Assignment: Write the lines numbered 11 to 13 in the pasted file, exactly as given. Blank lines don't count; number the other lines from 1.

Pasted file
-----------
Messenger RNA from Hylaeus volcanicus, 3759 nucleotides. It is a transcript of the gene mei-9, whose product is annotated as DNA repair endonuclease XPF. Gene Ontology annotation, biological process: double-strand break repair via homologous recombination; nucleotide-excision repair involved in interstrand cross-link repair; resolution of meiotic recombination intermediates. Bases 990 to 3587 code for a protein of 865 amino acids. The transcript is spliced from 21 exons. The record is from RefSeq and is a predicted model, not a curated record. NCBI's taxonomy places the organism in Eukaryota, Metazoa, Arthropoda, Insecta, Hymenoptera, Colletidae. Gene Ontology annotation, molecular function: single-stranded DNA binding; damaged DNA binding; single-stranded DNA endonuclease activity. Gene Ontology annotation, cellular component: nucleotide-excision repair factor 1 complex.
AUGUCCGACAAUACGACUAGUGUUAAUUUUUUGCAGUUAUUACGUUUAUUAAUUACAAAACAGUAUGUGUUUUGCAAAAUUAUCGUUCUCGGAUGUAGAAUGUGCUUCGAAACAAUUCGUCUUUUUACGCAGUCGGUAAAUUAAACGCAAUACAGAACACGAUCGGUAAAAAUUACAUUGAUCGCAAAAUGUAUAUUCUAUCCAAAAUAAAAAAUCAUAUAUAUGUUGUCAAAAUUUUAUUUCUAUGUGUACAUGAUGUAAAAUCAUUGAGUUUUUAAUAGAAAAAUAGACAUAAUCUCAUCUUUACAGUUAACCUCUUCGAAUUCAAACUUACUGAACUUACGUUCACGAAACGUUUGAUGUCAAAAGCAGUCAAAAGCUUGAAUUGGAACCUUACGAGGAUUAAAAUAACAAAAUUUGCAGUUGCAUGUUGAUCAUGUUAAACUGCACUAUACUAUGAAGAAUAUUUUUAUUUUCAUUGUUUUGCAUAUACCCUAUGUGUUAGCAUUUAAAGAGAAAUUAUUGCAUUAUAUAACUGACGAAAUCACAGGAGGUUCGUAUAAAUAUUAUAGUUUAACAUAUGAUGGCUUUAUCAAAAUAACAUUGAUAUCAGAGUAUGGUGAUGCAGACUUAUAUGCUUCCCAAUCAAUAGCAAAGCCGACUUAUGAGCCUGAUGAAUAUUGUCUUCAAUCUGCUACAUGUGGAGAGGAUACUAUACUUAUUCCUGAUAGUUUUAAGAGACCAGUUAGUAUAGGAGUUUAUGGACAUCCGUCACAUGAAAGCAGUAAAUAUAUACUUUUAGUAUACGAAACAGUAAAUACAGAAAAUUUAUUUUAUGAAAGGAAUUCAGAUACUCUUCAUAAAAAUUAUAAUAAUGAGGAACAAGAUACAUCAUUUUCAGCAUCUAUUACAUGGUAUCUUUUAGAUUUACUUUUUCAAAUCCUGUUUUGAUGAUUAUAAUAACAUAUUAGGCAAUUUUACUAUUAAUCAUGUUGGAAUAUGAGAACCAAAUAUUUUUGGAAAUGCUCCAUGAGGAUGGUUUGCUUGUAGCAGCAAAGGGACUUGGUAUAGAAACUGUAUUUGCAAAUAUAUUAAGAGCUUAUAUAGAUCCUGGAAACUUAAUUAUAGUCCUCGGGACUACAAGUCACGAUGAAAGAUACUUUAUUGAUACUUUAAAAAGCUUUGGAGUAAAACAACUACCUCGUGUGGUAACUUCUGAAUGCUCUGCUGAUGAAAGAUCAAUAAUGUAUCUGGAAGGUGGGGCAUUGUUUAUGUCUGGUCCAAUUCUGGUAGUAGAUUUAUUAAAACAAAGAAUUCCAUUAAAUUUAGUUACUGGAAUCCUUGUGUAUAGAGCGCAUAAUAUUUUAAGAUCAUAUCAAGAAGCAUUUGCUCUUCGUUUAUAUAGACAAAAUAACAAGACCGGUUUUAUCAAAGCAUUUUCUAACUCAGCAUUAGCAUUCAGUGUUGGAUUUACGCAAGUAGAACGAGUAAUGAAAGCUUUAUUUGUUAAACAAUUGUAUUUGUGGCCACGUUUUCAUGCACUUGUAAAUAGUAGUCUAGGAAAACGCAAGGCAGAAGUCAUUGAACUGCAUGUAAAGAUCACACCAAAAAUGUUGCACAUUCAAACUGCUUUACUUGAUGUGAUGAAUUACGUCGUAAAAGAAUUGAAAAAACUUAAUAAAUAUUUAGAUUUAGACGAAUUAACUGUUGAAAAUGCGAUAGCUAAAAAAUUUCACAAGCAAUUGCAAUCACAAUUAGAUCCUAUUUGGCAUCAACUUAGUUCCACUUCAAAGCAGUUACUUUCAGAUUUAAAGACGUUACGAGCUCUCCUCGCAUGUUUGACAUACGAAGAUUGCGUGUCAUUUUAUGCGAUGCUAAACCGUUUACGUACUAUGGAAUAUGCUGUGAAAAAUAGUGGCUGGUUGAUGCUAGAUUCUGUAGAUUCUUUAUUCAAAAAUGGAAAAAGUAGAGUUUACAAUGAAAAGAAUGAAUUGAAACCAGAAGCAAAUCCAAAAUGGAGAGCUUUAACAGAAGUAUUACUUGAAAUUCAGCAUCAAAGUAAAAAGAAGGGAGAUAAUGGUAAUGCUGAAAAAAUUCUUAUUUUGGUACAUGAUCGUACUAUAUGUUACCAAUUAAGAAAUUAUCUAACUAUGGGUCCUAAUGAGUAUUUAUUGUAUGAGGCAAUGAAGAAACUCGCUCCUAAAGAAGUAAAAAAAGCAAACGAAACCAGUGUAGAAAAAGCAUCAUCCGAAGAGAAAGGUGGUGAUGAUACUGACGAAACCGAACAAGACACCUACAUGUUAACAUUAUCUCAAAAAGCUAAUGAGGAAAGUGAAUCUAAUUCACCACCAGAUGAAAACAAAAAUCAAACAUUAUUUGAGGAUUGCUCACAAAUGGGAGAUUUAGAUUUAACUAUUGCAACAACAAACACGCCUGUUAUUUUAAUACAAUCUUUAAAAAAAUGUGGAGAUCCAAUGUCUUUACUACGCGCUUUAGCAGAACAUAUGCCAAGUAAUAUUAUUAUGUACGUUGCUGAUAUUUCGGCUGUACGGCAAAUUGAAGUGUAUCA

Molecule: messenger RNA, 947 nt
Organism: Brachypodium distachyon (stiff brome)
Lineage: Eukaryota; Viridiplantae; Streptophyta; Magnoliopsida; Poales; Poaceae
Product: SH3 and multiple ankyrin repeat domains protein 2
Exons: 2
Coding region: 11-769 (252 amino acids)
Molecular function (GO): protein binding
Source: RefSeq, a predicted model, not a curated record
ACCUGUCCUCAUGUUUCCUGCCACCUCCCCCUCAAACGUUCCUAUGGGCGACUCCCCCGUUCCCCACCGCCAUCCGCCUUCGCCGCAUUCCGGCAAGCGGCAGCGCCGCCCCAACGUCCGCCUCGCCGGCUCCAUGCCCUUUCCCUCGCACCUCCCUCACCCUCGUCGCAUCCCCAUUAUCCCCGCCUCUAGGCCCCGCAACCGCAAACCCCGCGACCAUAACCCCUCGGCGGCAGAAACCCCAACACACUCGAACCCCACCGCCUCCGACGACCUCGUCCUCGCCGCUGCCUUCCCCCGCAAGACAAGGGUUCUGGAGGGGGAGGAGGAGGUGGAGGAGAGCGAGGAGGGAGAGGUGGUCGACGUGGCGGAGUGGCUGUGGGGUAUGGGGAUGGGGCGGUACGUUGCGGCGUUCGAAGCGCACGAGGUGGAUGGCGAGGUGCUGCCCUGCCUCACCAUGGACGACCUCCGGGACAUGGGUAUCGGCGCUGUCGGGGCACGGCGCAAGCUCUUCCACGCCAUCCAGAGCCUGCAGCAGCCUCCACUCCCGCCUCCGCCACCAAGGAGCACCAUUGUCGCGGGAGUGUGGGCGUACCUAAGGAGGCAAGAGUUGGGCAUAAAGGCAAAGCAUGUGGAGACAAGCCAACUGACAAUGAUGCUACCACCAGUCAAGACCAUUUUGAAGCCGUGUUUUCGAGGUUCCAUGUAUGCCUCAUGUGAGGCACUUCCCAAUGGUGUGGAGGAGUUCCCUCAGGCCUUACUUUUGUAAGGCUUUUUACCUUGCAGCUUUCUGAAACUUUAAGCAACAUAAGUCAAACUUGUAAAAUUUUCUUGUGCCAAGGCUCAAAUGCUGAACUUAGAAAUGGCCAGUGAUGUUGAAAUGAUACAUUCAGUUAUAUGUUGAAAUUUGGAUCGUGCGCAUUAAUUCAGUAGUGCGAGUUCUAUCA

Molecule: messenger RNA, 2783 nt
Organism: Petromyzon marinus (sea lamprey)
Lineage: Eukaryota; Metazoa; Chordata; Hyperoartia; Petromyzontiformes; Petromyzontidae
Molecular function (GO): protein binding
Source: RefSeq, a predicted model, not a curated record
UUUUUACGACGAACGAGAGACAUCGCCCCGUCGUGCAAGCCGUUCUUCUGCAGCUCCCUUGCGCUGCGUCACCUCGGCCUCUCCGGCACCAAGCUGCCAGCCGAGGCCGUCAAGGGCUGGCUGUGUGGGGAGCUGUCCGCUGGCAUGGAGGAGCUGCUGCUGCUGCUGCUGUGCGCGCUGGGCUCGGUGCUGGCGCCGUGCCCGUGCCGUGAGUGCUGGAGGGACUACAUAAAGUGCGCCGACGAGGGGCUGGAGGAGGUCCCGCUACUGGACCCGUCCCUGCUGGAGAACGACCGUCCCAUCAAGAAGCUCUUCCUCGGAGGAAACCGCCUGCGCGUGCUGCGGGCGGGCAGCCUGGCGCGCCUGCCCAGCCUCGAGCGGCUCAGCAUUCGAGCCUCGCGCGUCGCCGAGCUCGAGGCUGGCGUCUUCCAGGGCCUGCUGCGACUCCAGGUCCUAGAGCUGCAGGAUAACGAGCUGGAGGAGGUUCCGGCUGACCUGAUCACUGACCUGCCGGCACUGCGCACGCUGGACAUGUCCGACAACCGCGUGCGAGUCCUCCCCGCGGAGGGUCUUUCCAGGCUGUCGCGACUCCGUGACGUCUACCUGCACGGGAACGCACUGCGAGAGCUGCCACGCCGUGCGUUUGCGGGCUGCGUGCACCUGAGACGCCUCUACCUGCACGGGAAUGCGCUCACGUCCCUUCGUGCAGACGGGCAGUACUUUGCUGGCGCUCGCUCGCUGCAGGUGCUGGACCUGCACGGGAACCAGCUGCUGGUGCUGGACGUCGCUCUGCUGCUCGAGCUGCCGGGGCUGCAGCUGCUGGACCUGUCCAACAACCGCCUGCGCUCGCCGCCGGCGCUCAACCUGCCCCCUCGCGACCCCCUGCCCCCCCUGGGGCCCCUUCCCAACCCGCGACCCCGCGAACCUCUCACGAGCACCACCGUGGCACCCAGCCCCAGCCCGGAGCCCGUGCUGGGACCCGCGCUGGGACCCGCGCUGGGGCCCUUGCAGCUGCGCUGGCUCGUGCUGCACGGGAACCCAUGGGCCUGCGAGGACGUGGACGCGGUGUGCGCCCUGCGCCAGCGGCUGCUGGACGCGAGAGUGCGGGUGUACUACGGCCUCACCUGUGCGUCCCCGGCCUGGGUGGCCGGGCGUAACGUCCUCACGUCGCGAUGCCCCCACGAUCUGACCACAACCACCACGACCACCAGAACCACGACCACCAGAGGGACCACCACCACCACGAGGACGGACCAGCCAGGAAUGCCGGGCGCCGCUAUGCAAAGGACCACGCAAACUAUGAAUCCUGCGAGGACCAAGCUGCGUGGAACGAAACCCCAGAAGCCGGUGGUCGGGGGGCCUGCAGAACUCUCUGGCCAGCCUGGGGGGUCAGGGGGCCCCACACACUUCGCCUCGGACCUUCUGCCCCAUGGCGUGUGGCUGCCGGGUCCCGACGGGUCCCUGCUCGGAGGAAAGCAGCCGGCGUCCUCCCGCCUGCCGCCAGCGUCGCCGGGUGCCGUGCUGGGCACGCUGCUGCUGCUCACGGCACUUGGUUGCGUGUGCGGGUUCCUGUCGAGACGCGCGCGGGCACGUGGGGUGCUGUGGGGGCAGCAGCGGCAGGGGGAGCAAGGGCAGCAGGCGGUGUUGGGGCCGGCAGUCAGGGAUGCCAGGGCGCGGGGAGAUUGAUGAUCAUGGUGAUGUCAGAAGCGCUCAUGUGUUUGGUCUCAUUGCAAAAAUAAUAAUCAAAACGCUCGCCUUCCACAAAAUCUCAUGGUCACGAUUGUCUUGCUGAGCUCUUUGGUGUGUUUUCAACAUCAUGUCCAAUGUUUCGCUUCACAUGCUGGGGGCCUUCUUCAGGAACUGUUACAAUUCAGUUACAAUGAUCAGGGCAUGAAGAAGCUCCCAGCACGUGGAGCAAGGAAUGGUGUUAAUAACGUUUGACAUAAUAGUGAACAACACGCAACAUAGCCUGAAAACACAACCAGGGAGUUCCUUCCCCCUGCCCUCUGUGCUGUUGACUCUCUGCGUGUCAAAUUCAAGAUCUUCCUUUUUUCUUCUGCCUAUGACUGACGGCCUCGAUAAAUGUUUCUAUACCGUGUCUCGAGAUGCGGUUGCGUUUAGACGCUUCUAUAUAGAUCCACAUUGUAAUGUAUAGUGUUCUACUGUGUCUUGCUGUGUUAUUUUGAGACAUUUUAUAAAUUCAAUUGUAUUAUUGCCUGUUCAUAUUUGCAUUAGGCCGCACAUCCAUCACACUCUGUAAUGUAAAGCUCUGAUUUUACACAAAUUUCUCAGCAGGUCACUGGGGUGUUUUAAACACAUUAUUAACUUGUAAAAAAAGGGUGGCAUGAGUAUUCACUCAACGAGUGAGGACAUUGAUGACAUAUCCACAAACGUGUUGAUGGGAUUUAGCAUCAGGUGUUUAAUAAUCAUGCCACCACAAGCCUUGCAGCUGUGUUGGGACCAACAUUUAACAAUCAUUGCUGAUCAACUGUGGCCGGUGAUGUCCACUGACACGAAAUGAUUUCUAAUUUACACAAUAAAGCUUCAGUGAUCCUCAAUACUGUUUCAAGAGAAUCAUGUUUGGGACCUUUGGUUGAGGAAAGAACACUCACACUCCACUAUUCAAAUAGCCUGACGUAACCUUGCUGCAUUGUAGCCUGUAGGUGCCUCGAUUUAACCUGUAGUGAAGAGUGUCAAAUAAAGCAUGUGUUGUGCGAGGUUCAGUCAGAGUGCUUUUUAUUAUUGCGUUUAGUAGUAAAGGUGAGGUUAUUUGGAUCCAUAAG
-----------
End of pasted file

ACCUGUCCUCAUGUUUCCUGCCACCUCCCCCUCAAACGUUCCUAUGGGCGACUCCCCCGUUCCCCACCGCCAUCCGCCUUCGCCGCAUUCCGGCAAGCGGCAGCGCCGCCCCAACGUCCGCCUCGCCGGCUCCAUGCCCUUUCCCUCGCACCUCCCUCACCCUCGUCGCAUCCCCAUUAUCCCCGCCUCUAGGCCCCGCAACCGCAAACCCCGCGACCAUAACCCCUCGGCGGCAGAAACCCCAACACACUCGAACCCCACCGCCUCCGACGACCUCGUCCUCGCCGCUGCCUUCCCCCGCAAGACAAGGGUUCUGGAGGGGGAGGAGGAGGUGGAGGAGAGCGAGGAGGGAGAGGUGGUCGACGUGGCGGAGUGGCUGUGGGGUAUGGGGAUGGGGCGGUACGUUGCGGCGUUCGAAGCGCACGAGGUGGAUGGCGAGGUGCUGCCCUGCCUCACCAUGGACGACCUCCGGGACAUGGGUAUCGGCGCUGUCGGGGCACGGCGCAAGCUCUUCCACGCCAUCCAGAGCCUGCAGCAGCCUCCACUCCCGCCUCCGCCACCAAGGAGCACCAUUGUCGCGGGAGUGUGGGCGUACCUAAGGAGGCAAGAGUUGGGCAUAAAGGCAAAGCAUGUGGAGACAAGCCAACUGACAAUGAUGCUACCACCAGUCAAGACCAUUUUGAAGCCGUGUUUUCGAGGUUCCAUGUAUGCCUCAUGUGAGGCACUUCCCAAUGGUGUGGAGGAGUUCCCUCAGGCCUUACUUUUGUAAGGCUUUUUACCUUGCAGCUUUCUGAAACUUUAAGCAACAUAAGUCAAACUUGUAAAAUUUUCUUGUGCCAAGGCUCAAAUGCUGAACUUAGAAAUGGCCAGUGAUGUUGAAAUGAUACAUUCAGUUAUAUGUUGAAAUUUGGAUCGUGCGCAUUAAUUCAGUAGUGCGAGUUCUAUCA

Molecule: messenger RNA, 2783 nt
Organism: Petromyzon marinus (sea lamprey)